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Legislative Assembly for the ACT: 2001 Week 6 Hansard (14 June) . . Page.. 1767 ..

MR STEFANIAK (continuing):

500 parents who had children in government schools were rung by a professional organisation, Roy Morgan Research, and were asked a series of questions. They were asked to make comments on what they wanted to see and what improved reporting they wanted. Also, 138 written consultation pieces were received, and I will come to the results of those later. These sorts of things improve accountability. Accountability starts with the classroom teacher to make sure that what they are teaching hits the spot with the kids. We need to know whether some of those kids need more help, the teacher need assistance to improve, the teacher needs someone to come in to further assist those kids, the school is doing it right, the school needs further assistance, the department is getting it right, the government is getting it right in supervising the department or the Assembly is getting it right in supervising the government. All of those things are very important and that is exactly what we did last year.

I note that Mr Berry has had this motion on the table since 5 September. At that stage it was a general motion relating to league tables. Quite frankly, when I looked at the motion then I thought that I had a fair bit of sympathy with it and that the government could support it. But on 1 May he came in-maybe it has something to do with the Feedback article that he referred to-with a revised motion opposing the government's decision to report to parents school averages on literacy and numeracy tests because it will lead to the publication of school league tables.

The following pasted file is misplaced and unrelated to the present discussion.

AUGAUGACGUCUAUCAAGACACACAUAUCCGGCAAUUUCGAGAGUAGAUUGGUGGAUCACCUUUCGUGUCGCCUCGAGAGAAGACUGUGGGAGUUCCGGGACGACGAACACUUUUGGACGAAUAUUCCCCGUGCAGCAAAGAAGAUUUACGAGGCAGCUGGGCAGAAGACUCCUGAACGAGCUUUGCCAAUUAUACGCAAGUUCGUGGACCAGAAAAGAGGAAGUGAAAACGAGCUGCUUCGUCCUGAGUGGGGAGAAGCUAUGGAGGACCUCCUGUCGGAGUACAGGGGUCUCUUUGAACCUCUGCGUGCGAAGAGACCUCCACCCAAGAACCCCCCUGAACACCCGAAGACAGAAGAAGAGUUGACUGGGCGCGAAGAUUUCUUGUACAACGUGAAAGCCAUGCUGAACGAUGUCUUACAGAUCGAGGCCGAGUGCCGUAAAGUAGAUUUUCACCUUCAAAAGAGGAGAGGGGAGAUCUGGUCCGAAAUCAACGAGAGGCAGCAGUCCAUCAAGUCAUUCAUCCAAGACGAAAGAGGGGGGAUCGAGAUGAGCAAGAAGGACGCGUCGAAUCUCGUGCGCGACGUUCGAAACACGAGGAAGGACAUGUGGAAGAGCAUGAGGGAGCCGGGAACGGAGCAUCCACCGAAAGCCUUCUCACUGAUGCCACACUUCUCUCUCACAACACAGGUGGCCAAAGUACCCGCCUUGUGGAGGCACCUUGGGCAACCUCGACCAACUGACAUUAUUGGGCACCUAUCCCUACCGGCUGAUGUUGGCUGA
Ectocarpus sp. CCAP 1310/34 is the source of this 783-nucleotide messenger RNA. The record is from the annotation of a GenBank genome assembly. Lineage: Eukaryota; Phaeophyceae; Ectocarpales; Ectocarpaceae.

I would say "rubbish" to the second part of that. In fact, as a result of an extensive consultation period, we have taken steps to ensure it does not do that, because a straight league table which says school A is ranked three, school B is ranked six, may well be somewhat misleading. That is not what this is about.

But the government certainly has decided to report to parents the school averages of literacy and numeracy testing. It has certainly decided to show parents, because they want it, exactly where the child sits in terms of the child's cohort at that school; where the child sits in terms of the ACT system average for that particular strand of literacy and numeracy; and where the school sits in terms of the average for the system. That is what parents want. Five hundred parents were phoned and gave detailed responses in relation to that.

Mr Smyth: What was the result?

MR STEFANIAK: The result was about 76 per cent. I will come to that. I think I have tabled the report on literacy and numeracy outcomes, but I will do so again for the benefit of members.

Mr Temporary Deputy Speaker, all government school children in years 3, 5, 7 and 9 are now assessed in literacy and numeracy, and parents, schools and students have received a special report on that.

At 5.00 pm, in accordance with standing order 34, the debate was interrupted. The motion for the adjournment of the Assembly having been put and negatived, the debate was resumed.

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